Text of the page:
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Estimation of the Population Vaccination Effectiveness Using Urn Models

Dispersal and dormancy are two of the fundamental evolutionary mechanisms used by nature to support and generate ecological diversity. In this investigation, we focus on the role of disease-enhanced or disease-suppressed dispersal on the dynamics of populations in a multi-patch system. Single patch systems, which are capable of supporting simple and complex dynamics, are studied both analytically and numerically. The impact of disease and dispersal is also studied numerically. Our results are compared to those in the literature that focused on dispersal in disease free multi-patch systems. pulation vaccination effectiveness (PVE) is defined as the fraction of disease cases prevented by a vaccination campaign. We use occupancy urn models to estimate the PVE, and compare results for leaky, all-or-nothing and VEI (vaccine efficacy for infectiousness) vaccines using data of a measles outbreak and San Francisco current AIDS epidemic. This latter motivated by the current development of HIV vaccines of the VEI type. When applying our method to predict PVE for the San Francisco AIDS epidemic, our model predicts that PVE will he relatively low, even if the fraction of vaccinated and the efficacy of the vaccine are high.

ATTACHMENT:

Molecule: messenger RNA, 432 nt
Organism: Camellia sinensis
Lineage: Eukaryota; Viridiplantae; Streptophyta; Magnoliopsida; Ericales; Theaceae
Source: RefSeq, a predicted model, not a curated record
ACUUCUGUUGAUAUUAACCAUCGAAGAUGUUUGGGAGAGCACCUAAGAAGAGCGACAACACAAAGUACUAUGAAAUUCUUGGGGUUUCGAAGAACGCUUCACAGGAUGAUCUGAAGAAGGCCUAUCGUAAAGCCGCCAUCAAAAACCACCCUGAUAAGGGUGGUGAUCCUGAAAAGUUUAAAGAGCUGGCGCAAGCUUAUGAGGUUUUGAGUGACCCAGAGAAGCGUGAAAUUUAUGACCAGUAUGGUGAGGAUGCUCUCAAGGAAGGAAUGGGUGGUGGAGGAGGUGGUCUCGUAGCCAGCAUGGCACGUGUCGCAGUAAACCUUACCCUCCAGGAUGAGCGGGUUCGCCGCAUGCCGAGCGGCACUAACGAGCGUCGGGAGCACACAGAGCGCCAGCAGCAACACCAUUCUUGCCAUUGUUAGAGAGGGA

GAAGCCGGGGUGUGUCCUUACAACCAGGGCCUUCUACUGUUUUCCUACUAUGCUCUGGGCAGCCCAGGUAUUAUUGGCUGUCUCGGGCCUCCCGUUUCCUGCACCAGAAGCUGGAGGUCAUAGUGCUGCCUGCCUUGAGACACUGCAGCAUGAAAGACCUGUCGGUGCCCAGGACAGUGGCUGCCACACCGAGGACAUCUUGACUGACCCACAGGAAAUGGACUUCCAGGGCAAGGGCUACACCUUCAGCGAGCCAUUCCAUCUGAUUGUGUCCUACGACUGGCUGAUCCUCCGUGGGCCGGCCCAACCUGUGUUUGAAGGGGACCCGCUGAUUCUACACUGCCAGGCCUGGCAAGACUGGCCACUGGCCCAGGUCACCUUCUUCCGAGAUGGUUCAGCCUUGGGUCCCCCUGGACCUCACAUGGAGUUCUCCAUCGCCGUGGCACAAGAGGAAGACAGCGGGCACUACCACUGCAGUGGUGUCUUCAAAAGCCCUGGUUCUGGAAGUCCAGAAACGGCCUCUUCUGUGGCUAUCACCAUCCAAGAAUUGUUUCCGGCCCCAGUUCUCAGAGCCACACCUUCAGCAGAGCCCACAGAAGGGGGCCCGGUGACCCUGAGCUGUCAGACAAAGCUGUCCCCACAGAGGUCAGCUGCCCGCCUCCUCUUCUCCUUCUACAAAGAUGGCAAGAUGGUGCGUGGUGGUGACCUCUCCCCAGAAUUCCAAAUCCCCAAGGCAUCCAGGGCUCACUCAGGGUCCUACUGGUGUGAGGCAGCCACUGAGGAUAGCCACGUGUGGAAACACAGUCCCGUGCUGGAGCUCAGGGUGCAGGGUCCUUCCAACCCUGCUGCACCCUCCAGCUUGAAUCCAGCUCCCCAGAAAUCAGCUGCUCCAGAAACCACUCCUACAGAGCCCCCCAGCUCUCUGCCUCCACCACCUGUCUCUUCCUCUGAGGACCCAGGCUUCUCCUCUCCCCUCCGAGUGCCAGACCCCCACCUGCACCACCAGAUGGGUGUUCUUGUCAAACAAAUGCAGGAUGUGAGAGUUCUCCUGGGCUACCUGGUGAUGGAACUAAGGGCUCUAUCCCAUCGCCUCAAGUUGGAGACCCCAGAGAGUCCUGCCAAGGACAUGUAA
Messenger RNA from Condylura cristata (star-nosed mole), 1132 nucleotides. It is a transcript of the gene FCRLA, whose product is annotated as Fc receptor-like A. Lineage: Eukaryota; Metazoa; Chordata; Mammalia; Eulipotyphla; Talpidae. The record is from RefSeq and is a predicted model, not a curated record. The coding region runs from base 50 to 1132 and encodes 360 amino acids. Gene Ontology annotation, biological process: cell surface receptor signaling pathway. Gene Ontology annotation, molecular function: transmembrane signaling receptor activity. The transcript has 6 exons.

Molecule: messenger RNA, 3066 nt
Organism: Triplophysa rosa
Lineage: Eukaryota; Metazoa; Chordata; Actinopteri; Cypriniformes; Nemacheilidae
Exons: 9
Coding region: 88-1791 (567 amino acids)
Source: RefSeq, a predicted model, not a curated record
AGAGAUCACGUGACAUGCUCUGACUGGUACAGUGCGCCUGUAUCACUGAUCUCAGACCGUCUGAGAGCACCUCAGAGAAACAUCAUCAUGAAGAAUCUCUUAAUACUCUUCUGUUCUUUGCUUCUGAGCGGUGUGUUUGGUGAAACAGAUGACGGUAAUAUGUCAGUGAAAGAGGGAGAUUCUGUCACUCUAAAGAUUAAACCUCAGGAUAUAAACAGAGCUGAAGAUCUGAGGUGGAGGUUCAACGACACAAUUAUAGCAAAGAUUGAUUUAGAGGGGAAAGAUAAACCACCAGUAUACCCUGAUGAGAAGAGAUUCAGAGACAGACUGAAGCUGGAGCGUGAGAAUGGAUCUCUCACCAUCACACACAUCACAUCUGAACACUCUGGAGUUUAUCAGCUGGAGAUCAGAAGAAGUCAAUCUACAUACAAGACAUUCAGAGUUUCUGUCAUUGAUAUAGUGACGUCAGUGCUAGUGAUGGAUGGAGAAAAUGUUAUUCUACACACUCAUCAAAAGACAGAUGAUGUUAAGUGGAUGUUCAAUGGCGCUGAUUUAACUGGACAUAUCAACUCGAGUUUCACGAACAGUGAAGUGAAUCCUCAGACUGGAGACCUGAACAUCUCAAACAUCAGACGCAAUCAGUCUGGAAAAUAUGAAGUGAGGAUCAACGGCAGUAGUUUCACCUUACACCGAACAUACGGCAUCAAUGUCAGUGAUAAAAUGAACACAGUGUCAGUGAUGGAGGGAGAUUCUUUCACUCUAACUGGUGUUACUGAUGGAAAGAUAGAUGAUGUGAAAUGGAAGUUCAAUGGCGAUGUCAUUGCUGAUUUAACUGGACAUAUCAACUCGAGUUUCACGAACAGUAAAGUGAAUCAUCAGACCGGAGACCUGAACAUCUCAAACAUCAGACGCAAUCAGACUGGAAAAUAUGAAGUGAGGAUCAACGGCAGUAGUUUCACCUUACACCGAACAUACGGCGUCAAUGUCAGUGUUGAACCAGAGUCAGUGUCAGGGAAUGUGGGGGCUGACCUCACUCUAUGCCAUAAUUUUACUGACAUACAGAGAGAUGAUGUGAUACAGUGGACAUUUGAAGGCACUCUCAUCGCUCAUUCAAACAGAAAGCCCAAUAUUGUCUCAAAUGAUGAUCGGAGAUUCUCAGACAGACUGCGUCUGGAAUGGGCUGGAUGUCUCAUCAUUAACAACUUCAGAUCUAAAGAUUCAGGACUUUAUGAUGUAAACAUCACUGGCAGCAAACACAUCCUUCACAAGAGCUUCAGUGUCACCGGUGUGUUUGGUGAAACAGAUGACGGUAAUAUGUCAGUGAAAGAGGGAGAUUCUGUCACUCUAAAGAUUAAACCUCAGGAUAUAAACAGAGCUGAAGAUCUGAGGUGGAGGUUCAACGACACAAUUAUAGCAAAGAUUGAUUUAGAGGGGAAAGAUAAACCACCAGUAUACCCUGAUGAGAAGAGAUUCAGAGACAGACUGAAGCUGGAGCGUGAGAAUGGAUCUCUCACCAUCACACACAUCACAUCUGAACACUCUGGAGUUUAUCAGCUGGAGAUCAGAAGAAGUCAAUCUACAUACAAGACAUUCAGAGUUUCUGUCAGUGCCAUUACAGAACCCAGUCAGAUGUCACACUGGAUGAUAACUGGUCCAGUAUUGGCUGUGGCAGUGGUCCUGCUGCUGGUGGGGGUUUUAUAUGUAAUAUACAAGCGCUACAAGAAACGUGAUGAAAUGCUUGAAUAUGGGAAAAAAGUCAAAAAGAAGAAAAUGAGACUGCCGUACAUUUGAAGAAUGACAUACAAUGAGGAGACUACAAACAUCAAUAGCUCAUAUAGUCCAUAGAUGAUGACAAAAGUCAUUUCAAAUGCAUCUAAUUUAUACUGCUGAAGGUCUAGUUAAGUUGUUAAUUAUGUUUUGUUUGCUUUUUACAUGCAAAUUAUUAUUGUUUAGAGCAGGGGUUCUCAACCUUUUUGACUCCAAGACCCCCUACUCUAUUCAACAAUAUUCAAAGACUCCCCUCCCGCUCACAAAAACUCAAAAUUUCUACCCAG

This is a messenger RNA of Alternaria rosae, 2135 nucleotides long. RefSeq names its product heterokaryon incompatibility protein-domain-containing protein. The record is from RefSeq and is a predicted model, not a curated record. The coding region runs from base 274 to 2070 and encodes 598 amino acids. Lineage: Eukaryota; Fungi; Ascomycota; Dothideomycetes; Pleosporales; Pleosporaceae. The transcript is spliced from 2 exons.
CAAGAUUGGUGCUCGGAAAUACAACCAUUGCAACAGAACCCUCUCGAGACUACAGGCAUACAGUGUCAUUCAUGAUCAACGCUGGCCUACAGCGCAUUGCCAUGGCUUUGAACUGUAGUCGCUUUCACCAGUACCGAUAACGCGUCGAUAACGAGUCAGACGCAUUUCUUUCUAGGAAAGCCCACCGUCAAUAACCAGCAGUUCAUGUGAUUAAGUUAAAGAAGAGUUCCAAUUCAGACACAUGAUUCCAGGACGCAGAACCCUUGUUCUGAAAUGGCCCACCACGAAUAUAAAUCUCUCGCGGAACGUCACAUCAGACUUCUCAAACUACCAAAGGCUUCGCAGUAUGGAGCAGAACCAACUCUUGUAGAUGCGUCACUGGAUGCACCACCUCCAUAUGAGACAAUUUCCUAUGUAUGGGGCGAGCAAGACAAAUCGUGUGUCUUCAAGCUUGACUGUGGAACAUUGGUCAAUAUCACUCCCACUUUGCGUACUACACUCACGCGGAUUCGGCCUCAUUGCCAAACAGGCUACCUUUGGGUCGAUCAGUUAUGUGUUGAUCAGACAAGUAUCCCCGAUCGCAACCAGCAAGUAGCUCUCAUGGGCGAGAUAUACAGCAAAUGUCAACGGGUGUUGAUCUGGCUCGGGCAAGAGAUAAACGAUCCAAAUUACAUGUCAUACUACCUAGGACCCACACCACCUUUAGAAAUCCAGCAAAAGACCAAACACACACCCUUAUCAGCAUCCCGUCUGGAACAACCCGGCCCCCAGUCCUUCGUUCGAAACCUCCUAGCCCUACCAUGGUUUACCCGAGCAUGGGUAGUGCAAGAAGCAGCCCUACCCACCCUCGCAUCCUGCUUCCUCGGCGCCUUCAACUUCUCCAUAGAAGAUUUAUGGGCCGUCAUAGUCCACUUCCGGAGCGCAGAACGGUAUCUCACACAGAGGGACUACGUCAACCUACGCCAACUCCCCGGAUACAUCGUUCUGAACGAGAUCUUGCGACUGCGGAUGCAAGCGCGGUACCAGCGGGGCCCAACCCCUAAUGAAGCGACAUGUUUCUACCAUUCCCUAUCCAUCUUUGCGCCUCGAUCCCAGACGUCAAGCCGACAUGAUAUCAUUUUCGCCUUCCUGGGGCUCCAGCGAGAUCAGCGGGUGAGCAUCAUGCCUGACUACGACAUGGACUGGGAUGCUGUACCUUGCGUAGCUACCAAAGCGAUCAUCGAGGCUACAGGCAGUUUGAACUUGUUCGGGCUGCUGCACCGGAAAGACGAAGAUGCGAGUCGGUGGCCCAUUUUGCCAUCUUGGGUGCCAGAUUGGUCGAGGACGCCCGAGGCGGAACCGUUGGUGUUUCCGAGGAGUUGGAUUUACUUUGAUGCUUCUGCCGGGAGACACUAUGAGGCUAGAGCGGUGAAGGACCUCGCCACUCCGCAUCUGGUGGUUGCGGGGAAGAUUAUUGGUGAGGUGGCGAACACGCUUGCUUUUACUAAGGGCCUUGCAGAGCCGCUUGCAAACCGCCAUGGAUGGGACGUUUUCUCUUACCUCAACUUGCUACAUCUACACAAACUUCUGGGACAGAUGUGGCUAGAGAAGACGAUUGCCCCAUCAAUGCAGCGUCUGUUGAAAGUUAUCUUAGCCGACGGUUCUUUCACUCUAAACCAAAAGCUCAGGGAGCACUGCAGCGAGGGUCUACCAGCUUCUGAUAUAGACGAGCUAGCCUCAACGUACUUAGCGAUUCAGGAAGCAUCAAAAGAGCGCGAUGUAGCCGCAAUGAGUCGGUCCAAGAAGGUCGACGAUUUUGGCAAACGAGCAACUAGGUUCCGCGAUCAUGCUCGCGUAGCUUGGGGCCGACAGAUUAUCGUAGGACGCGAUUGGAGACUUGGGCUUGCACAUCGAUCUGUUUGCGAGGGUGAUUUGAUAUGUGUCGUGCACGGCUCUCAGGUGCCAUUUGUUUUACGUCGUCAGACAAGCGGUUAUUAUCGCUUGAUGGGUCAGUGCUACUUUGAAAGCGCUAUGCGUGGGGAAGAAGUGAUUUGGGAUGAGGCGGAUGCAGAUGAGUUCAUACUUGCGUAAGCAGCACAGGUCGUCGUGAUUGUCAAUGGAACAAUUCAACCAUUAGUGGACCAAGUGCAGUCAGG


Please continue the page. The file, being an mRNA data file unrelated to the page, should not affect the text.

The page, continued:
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Carlos Barrera-Rodríguez, Universidad Autónoma Metropolitana, México
Ariel Cintrón-Arias, University of Puerto Rico-Cayey
Angelina Espinoza-Limón, Universidad Autónoma Metropolitana, México
Dulce Vargas-Bracamontes, Universidad de Colima, México
Carlos Hernández-Suarez, Universidad de Colima, México